A History of Shopping

Grocery shopping. We all do it, whether we enjoy it or not. But have you thought much about how it used to be before we had grocery stores and name brands to turn to? The Kruideniers Museum, in a little area just behind ‘t Hoogt cinema near Neude, takes visitors back to the early days of grocery stores. The museum is actually a shop on the ground floor, where you can buy various drop, mints, candies and household goods carefully weighed out in the traditional way. Upstairs, in the 17th century building, is a small area set up to show some of the early packaging, displays and measurements first used in these kinds of shops.

The museum is known also as Betje Boerhave, in honor of the 19th century grocery woman whose notes and diaries have provided much of the historical information for the museum. The museum receives no subsidy and runs on donations and the profits from the candy and goods sold in the shop. Admission is free, and the volunteers who keep the museum running are very friendly and obviously care about the museum.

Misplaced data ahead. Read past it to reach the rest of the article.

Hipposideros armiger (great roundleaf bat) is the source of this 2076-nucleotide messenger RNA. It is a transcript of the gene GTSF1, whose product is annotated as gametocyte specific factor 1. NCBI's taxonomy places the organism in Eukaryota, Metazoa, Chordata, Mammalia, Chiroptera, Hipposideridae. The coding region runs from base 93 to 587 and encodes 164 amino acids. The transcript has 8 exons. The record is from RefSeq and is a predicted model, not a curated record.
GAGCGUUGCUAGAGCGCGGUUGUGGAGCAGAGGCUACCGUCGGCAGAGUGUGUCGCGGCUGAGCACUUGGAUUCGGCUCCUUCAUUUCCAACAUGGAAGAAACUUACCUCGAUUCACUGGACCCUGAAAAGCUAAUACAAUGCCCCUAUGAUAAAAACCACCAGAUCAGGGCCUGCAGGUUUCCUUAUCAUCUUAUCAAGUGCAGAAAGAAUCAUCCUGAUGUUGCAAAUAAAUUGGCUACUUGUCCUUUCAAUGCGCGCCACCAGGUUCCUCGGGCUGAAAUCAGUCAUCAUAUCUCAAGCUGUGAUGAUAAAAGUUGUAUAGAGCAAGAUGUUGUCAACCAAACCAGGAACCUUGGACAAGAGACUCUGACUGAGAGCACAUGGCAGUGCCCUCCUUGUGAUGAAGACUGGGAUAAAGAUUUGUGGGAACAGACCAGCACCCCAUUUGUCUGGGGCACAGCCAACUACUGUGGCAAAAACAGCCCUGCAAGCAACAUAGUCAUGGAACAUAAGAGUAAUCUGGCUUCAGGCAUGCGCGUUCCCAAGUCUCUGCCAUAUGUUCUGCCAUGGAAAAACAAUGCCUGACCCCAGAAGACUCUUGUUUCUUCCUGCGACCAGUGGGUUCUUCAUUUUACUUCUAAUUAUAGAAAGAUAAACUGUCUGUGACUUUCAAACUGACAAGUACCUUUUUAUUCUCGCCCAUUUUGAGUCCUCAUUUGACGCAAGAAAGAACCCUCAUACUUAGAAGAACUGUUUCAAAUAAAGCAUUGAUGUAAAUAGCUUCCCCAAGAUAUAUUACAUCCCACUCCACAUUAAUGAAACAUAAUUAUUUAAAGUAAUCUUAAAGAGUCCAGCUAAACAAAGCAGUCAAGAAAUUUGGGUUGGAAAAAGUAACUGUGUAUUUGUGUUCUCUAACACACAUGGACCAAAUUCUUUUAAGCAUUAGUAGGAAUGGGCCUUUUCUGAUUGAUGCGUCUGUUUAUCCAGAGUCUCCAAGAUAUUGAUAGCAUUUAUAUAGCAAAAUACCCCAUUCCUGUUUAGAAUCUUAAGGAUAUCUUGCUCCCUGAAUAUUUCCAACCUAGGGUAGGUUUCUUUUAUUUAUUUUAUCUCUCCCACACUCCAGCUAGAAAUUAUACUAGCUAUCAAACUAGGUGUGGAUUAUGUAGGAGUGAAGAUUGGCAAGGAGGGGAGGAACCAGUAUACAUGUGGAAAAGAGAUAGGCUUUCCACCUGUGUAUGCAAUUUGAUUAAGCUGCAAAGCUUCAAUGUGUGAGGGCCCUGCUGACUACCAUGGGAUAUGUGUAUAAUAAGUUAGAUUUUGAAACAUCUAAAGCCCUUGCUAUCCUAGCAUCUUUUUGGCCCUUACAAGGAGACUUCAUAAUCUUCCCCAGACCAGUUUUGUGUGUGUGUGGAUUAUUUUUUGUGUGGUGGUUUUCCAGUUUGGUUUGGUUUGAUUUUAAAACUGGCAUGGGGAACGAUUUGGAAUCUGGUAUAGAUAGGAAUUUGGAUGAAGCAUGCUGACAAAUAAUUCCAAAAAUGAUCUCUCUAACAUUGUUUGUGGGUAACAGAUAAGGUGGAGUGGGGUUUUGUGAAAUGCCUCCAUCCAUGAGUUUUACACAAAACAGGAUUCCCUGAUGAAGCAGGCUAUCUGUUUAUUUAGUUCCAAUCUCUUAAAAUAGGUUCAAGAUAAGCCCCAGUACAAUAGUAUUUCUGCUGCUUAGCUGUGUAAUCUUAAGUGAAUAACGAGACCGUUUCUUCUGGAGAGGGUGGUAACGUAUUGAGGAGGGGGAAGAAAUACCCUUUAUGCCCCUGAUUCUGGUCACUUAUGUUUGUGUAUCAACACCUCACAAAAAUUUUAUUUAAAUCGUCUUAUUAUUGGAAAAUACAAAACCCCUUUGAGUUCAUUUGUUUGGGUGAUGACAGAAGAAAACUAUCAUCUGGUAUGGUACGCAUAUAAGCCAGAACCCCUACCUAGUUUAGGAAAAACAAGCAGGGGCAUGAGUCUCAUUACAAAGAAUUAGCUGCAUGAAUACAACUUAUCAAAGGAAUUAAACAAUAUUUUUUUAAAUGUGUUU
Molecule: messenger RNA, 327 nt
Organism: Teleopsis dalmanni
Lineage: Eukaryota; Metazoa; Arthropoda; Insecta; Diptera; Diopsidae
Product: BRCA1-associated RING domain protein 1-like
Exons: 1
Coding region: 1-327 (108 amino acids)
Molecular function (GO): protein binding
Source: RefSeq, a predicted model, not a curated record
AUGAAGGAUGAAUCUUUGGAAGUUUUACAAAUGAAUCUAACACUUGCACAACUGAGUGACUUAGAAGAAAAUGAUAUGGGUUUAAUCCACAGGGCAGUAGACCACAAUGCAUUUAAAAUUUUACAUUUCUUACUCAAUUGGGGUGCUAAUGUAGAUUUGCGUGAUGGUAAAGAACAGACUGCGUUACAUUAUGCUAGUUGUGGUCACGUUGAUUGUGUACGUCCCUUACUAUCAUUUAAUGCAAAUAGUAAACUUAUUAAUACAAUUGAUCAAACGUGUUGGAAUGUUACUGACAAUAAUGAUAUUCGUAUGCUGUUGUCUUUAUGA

It’s definitely worth a visit, if for no other reason than to take a look at some of the early packaging of products you may well remember from childhood, or even products that you still buy today. The Droste cacao display I posted Friday is just one of the many interesting and attractive product displays set up. It was fun to see ones that I recognize even from America, along with brands that I’ve come to know since moving here, including Hema and Maggi.


Quaker Oats



One of the unintentionally funny — and scary — displays was this advertising poster for syrup.
Scary Syrup